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mHealth

The University of Arizona is accepting applications for a Rural Telehealth Certificate Program.  Telehealth has a role in just about all healthcare delivery systems, and nurses are frequently involved as telepresenters or healthcare providers.  In response to the need for Advanced Practice Registered Nurses (APRNs) to experience and understand telehealth as a method of healthcare delivery, the Rural Telehealth Certificate Program (RTCP) has been approved and piloted at the UA College of Nursing. December 2019 will mark the graduation of the first cohort of the RTCP, which was composed of four Doctorate of Nursing Practice (DNP) students. Because of the sucess of the pilot program, the College of Nursing has realized the demand for telehealth education at all levels of nursing education.  Starting in January 2020, the RTCP will be offered to all nurses.

You can put the word "smart" in front of just about anything these days — including an entire city. But what does it actually mean?

The concept of smart cities is incredibly exciting. Cities have always been social, cultural and productive centers of society. But the city of the future will help us work and play even smarter, commute more quickly, and make use of more advanced and affordable products and public services. That includes health care.

As the world explores what smart cities are capable of, we're seeing more ways they'll impact the telemedicine industry and vice versa. Let's take a closer look.

With rates of drug and alcohol addiction at record highs in this country, many people never get the substance abuse treatment they need. Telebehavioral counseling can help close this gap, as a helpful support for people who may need ongoing maintenance therapy during recovery from a substance use disorder (SUD), and as a way to triage and refer clients with more serious addictions to the right rehab provider. But discerning when to refer a client to rehab can be difficult, especially within a telehealth context.

I must get at least one request a week to fill out some sort of survey – on everything from how do I like the university’s new travel system to how would I rate the tech support I got when trying to fix a bug on my computer. I’m sure you do too, and, like you, I pretty much ignore at least half of them. Okay, maybe 75% of them. But I do fill out some surveys – those where I think my opinion or feedback is going to make a difference.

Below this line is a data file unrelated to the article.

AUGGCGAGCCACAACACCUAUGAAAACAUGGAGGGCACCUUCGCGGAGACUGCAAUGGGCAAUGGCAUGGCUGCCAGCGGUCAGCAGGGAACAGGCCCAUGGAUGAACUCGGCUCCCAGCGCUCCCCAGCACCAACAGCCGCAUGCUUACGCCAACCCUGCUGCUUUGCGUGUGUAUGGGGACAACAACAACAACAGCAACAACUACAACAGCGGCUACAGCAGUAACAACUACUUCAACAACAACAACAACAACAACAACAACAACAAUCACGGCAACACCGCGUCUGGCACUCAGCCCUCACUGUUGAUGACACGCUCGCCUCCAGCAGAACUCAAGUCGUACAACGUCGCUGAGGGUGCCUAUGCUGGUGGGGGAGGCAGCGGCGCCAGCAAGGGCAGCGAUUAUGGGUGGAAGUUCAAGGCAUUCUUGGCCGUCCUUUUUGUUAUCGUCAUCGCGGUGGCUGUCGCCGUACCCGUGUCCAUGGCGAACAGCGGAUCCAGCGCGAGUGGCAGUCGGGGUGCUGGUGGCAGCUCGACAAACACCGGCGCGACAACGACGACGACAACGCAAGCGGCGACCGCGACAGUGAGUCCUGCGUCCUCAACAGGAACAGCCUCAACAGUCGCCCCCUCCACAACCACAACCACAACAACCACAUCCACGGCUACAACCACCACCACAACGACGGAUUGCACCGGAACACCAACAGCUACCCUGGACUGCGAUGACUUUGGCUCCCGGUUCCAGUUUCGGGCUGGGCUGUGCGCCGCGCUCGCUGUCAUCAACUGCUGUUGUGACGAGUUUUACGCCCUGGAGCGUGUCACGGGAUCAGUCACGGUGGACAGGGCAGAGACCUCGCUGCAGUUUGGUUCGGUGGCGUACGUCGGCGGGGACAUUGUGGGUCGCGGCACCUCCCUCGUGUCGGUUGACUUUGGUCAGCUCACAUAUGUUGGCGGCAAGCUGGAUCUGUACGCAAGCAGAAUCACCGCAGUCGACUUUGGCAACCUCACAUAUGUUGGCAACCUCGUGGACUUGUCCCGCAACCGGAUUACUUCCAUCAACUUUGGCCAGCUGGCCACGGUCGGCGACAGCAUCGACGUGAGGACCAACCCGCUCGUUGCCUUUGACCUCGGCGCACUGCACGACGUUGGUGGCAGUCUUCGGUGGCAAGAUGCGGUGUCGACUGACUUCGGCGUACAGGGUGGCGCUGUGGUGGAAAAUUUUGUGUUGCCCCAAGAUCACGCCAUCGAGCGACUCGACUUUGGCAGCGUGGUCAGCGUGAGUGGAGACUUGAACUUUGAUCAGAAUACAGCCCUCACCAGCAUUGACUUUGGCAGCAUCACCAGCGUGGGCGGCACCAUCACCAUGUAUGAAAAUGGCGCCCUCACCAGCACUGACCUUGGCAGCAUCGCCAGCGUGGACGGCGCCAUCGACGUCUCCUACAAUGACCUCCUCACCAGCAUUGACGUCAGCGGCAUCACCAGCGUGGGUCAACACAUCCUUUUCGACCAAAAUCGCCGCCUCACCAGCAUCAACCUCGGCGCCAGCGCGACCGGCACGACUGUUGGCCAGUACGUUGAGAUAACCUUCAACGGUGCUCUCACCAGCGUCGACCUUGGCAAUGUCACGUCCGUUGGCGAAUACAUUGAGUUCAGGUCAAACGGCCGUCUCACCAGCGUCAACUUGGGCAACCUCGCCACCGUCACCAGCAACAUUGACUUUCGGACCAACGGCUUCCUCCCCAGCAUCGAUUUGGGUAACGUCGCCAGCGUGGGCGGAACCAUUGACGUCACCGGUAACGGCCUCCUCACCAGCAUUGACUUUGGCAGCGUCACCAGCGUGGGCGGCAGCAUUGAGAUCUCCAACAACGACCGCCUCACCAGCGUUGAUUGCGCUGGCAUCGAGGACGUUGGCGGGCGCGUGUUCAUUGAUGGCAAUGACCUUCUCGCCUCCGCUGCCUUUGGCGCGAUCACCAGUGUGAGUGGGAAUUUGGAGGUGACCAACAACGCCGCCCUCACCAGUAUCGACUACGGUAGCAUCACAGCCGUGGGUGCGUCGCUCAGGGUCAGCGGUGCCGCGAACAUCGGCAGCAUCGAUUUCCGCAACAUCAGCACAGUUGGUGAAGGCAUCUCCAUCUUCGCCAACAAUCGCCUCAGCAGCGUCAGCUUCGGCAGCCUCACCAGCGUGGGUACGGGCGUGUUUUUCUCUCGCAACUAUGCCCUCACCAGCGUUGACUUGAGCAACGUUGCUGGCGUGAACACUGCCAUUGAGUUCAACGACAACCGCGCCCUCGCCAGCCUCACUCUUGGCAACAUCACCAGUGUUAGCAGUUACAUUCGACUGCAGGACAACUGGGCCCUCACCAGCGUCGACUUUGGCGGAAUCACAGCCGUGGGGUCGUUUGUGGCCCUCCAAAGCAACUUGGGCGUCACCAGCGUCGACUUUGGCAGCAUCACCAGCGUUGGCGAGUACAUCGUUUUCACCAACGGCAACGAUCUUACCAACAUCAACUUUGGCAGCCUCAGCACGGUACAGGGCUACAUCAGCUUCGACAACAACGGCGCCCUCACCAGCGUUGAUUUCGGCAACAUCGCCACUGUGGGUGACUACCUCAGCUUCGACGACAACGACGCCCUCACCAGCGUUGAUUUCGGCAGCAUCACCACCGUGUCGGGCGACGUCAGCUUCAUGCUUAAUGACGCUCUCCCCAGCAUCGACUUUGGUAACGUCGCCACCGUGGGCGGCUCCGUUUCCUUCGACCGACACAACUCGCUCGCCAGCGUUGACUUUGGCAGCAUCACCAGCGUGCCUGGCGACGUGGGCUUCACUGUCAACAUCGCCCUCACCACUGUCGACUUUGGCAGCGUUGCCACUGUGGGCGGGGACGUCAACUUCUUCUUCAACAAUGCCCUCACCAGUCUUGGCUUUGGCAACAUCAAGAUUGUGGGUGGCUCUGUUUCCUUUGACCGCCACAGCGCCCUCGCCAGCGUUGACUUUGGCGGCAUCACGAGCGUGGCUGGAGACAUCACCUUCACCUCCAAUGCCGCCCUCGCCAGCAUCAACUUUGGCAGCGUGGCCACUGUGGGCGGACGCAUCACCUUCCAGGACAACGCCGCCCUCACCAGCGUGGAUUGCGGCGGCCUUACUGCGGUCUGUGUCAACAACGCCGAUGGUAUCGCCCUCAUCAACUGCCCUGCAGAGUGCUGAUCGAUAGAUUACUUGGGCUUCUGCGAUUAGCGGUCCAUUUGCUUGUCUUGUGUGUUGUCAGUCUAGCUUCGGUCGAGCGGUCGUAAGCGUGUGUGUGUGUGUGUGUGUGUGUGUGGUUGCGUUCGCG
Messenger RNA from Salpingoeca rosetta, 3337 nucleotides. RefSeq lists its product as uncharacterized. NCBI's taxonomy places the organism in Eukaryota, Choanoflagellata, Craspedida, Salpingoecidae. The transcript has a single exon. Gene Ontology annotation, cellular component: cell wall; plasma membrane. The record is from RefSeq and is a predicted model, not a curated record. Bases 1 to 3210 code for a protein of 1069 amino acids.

Well, here’s your chance to make a difference! The Arizona Telemedicine Program and Southwest Telehealth Resource Center are gathering information to educate key healthcare stakeholders about telemedicine and telehealth use and needs in our state. We have created a brief survey on organizations’ telehealth use, providers, benefits, and barriers. We are hoping to compile a complete picture of how and why organizations are using – and not using - telehealth. We’ve already done a pilot with sites in Northern Arizona and have gathered some very interesting data. But as we all know, the more data the better!

“If we teach today as we taught yesterday, we rob our children of tomorrow.” ~John Dewey

A Superintendent in a rural Midwestern school district was seeking help to meet the communication needs of the students who struggled to comprehend language, produce speech, read and write to communicate, to learn, and to connect socially in their world of playgrounds, peers, tablets, and teachers.  Because of the school district’s rural location, this superintendent had difficulty recruiting full-time speech-language pathologists who could help these students effectively use communication to achieve and succeed in this school district.

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